The Bank of Canada made the same mistake with wage gains running at 5.1 percent. They didn’t learn anything from the 1970’s when inflation took a second and more powerful leg up.

      • B2321 says:

        The BOC didn’t cut the rates because they think that inflation is cooling, they know that inflation is not cooling, but they are in a very tough spot, due to the refinancing of mortgages, which interest rates needs to be readjusted at the current level of market’s rate.
        Considering that the current mortgage rate is near 7%, well that’s a big issue for households and theirs ability to keep fueling consumer demand. The risk is the discontinuation of the aggregate demand. In such situation there is nothing you can actually do, you have to choose between causing an economic depression or fueling more inflation, and it’s clear what they are choosing. However, the central banks need to improve their transparency with the market, because keep saying that inflation is cooling, while the data is showing the contrary is very risky. At some point the whole market will stop listening to them, and the consequences of that we already know, just think about Dot-Com, GFC, Black Monday, and even the 70s (as you have stated Tony).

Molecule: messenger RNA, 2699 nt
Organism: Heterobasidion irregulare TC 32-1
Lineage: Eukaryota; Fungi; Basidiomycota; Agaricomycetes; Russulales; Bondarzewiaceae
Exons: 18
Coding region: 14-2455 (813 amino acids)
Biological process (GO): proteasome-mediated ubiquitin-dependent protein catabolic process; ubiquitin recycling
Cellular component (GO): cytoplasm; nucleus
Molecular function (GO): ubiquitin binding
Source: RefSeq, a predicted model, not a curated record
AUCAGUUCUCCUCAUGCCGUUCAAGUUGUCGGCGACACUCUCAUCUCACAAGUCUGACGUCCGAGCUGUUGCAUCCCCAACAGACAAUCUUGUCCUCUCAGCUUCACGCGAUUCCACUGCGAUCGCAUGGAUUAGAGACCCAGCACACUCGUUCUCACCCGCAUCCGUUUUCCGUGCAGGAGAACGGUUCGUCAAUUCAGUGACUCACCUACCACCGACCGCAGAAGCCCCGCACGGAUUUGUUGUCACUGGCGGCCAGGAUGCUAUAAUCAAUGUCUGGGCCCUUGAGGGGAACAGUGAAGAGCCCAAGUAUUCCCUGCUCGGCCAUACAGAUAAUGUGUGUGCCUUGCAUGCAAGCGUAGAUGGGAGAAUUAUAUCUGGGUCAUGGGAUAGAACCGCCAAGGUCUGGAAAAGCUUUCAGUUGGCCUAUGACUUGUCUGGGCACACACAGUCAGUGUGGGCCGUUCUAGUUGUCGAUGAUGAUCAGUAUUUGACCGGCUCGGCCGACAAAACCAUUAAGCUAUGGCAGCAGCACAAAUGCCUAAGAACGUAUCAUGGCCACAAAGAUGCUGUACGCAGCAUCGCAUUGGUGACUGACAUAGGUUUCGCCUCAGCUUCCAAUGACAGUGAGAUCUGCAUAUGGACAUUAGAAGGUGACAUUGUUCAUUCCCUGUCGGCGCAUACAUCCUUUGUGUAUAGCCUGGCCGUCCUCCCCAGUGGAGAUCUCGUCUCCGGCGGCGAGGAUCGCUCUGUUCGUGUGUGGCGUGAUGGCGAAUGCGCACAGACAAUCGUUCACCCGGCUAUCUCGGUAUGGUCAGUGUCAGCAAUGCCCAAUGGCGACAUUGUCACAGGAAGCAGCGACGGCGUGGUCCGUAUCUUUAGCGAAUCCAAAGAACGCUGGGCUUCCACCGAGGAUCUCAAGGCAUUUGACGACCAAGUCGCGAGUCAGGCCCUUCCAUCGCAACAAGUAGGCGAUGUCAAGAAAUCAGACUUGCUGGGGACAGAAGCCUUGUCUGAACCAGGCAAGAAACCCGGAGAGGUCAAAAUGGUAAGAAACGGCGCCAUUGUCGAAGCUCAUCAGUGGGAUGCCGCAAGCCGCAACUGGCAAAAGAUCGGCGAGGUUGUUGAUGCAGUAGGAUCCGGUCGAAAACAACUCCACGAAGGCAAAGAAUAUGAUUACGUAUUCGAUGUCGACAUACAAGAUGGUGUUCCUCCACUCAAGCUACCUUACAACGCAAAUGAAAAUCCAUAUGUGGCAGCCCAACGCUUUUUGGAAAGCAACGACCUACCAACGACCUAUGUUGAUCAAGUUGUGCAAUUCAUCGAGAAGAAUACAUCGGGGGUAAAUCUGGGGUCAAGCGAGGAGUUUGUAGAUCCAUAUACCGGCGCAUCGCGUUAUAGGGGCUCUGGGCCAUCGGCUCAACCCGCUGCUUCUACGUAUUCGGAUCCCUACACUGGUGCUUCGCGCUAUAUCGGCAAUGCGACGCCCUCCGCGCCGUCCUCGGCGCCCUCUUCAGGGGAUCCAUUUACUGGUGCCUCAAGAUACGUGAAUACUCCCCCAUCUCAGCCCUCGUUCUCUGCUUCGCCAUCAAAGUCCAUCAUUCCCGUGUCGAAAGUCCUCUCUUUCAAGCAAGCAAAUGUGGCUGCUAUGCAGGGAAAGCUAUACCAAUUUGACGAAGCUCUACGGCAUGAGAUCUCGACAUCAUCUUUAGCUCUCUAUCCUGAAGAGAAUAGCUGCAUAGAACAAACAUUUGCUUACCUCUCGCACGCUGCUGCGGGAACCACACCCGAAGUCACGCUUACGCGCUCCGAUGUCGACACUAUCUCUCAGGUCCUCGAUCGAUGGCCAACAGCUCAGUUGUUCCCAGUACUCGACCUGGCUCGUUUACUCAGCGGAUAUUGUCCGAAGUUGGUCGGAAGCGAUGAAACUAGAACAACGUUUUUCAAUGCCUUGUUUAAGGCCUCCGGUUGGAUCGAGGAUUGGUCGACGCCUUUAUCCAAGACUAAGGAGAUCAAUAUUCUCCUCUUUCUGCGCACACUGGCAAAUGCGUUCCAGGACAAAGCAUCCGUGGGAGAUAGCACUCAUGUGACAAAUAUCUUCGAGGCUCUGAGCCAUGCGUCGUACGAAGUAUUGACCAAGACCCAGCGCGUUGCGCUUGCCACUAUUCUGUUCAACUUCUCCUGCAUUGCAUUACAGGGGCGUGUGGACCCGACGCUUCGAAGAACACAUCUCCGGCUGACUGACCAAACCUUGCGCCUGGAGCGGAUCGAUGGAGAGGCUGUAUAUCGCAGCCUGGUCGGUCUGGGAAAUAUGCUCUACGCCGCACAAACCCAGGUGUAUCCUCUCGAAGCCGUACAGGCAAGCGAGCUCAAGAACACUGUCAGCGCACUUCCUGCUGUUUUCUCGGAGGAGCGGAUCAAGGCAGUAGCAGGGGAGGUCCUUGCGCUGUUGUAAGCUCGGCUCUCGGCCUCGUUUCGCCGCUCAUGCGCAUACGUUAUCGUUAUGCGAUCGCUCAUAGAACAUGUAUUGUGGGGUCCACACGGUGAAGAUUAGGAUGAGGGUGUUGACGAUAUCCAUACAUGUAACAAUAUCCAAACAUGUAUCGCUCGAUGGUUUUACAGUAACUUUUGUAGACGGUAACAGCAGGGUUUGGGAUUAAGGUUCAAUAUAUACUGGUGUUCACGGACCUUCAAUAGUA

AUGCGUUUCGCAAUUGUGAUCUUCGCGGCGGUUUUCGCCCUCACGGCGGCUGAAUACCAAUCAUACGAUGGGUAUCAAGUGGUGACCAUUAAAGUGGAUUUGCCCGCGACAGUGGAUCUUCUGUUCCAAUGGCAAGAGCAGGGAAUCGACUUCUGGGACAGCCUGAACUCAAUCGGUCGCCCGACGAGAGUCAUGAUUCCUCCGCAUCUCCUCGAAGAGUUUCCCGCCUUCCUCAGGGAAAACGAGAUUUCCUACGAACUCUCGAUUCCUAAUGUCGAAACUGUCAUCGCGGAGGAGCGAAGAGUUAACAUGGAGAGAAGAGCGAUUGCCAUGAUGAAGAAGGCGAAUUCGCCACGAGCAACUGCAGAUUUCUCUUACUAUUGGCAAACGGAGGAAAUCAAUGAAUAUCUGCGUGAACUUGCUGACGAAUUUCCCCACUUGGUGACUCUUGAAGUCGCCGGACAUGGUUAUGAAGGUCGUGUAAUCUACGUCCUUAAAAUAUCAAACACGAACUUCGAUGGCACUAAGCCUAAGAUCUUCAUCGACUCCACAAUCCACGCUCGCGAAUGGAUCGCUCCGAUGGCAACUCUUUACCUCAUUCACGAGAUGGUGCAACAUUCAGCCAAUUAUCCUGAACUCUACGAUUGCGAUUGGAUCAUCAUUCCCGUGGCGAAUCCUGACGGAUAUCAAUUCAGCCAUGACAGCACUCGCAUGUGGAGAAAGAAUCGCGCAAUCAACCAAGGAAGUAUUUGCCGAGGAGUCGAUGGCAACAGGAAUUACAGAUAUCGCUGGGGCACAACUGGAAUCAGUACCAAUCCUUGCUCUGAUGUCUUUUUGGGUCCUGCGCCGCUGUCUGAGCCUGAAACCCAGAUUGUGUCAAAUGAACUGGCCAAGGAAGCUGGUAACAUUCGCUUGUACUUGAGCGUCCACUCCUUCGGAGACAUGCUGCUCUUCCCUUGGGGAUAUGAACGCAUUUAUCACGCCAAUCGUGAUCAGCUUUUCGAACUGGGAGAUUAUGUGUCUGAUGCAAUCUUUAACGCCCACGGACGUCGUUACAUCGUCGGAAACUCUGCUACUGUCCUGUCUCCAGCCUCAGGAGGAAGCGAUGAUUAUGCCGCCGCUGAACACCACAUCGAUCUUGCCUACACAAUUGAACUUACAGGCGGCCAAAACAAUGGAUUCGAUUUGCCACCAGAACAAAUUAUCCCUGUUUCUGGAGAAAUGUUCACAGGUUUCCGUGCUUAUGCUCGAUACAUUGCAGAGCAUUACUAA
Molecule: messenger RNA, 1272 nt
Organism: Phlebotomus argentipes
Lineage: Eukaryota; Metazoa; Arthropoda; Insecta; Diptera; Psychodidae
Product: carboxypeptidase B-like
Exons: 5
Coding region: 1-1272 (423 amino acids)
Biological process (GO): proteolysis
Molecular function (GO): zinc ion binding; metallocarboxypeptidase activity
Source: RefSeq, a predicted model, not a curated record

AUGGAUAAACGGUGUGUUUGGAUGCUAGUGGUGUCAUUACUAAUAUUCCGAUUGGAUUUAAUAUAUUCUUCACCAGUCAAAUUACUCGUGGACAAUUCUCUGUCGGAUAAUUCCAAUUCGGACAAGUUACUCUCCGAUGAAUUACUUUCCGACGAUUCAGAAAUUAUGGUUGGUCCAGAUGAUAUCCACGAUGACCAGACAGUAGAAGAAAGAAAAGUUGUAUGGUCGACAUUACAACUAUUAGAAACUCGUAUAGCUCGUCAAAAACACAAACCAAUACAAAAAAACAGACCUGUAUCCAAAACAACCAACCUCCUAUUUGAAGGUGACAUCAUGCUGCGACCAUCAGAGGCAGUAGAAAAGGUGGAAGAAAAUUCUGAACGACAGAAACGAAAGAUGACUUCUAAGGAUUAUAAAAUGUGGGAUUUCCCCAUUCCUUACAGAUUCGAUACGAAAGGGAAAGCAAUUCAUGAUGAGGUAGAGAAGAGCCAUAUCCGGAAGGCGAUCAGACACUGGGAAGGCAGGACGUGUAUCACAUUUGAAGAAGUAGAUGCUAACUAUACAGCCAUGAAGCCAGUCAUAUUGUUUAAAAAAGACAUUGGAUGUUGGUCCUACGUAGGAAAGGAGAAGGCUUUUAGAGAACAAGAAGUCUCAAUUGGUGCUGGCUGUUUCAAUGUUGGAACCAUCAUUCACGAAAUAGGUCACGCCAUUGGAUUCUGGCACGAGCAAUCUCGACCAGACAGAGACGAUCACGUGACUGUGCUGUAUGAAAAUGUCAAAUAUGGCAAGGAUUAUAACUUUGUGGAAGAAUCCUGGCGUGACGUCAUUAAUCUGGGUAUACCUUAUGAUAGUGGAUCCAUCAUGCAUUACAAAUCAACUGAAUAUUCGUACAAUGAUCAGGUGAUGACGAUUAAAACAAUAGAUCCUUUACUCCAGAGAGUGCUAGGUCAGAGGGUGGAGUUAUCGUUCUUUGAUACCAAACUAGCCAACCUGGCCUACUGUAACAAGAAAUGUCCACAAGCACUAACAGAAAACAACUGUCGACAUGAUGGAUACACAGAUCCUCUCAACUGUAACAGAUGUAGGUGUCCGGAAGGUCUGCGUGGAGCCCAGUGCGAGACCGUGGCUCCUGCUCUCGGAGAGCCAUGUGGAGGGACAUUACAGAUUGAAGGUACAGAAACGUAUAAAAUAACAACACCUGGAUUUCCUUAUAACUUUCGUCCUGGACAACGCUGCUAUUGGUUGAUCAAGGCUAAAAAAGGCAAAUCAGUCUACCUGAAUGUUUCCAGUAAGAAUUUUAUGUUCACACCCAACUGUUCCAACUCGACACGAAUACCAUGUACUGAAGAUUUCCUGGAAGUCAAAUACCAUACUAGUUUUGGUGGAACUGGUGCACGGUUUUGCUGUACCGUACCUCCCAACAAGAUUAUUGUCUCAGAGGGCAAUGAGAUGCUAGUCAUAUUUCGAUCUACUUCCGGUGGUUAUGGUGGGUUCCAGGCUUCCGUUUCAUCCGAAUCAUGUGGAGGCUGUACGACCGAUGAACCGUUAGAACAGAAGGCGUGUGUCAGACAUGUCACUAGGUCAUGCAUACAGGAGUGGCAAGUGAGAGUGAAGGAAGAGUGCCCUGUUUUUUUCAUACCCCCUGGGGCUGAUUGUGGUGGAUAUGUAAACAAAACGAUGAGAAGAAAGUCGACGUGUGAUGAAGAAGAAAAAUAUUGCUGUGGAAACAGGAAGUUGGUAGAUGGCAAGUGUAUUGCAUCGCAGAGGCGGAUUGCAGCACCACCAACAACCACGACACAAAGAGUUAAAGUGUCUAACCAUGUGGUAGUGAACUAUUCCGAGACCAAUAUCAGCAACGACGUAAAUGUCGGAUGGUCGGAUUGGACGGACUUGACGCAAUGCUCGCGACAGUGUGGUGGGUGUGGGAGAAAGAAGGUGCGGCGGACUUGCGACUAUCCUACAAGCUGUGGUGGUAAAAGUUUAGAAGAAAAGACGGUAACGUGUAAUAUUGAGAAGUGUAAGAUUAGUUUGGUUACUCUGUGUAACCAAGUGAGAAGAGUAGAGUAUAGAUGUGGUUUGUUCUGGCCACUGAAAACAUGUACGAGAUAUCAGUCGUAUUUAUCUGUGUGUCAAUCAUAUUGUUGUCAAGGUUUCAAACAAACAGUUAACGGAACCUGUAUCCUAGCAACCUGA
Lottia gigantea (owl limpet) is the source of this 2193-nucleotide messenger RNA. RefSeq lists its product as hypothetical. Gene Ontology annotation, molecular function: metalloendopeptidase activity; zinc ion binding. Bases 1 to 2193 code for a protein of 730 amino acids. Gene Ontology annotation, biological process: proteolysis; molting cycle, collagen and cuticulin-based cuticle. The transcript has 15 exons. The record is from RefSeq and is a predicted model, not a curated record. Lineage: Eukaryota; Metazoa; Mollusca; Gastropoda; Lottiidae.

5. SoCalBeachDude says:

    World sitting on $91 trillion DEBT problem. ‘Hard choices’ coming…

    • Wolf Richter says:

      Investors, including many commenters here, are holding this $91 trillion, and are earning interest from it, and they’re spending some of this interest, thereby plowing it back into the economy… That’s the other side of each debt: it’s someone’s else’s interest-earning asset.

      • SoCalBeachDude says:

        They need to find something productive to invest in rather than in any way ‘investing’ in government debt.

        • Wolf Richter says:

          Yes, they should have invested in office CRE, for example, to get other investors off the hook, that would have been very productive.

      • B2321 says: